This post is dedicated to my father, a life long learner and adventurous educator. Happy Father’s Day. I love you.

In the beginning there was Global Learn Day 1997

Looking Back at an Initial Impression

Access to Education: Global Learn Day

By Terrence R. Redding, Ph.D.

OnLine Training, Inc.

(Note – This was Dr. Redding’s initial reaction to Global Learn Day, almost twenty years ago. The GLD crew felt that it was still relevant today.)

No learning environment is ideal for all potential participants. Some individuals will find they are at a distinct disadvantage in one environment, while in another their disadvantages may disappear. Access for some may be restricted to distance education via the Internet. Online education is viewed by many as second rate (Hibbs, 1998). Why? The instructor and the student do not have face-to-face communications.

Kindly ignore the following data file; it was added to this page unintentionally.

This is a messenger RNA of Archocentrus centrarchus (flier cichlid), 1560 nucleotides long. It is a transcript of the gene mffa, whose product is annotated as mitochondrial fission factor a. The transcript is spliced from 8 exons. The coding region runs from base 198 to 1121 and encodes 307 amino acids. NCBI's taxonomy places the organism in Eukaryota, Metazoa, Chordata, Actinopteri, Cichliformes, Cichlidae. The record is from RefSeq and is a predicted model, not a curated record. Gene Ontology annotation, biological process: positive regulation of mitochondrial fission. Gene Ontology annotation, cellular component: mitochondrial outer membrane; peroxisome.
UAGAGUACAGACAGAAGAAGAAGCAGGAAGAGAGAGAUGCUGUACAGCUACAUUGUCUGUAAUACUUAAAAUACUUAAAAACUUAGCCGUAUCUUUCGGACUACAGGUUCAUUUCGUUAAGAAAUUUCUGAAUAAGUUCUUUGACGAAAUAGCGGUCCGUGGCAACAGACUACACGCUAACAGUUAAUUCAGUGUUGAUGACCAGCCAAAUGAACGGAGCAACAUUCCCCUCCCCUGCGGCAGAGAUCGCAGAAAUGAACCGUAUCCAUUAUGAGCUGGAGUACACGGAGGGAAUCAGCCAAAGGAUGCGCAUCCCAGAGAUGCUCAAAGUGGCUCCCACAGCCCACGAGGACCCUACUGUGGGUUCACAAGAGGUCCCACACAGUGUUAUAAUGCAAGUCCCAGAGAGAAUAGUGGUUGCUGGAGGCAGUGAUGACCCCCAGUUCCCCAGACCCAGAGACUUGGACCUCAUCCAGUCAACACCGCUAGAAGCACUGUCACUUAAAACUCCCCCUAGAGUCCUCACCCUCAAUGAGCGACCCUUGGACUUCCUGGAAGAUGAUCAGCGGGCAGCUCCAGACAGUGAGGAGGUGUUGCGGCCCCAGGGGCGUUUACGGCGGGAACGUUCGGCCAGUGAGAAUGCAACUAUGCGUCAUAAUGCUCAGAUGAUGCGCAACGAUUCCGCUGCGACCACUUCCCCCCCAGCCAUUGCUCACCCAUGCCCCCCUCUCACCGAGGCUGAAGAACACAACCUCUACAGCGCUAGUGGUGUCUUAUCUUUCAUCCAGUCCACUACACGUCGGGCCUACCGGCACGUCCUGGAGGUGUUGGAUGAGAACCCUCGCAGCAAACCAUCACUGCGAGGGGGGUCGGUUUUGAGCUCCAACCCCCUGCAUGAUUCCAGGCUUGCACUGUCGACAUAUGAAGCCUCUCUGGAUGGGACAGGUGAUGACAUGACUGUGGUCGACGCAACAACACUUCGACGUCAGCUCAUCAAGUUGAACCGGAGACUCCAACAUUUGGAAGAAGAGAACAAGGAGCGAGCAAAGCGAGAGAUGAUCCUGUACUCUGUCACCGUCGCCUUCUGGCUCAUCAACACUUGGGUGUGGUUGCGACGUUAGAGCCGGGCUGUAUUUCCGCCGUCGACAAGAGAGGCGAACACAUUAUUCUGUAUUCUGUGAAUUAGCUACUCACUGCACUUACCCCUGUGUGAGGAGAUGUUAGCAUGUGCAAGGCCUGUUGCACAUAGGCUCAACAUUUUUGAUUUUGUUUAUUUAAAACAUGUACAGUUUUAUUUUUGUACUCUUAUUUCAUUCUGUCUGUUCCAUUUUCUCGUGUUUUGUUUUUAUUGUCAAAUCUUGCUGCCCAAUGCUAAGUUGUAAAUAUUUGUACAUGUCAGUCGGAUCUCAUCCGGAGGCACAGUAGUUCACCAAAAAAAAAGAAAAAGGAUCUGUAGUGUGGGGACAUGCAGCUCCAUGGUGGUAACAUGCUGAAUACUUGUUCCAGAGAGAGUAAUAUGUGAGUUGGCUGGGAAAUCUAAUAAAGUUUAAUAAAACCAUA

A year ago I would have agreed that online education is restricted by the lack of physical proximity. But that was before Global Learn Day 1 (GLD1), my first experience in a distance education online conference. I could hear speakers clearly via streaming RealAudio. I viewed PowerPoint presentation slides directly on my computer screen. I exchanged ideas with other participants and presenters in the Java Chat room. And I posed questions to the presenters through a moderator. In some cases I was also able to see presenters by using streaming video. I came to prefer the online conference over physical attendance. I had a more comfortable seat, could hear and see the content better, and actually had more access to presenters and participants. I missed the social interaction, but I was also not distracted by it. In 30 hours I went around the world hearing from some of the brightest and most innovative distance educators working today, all from the comfort of my home using a computer fresh out of the box with just a dialup connection to the Internet.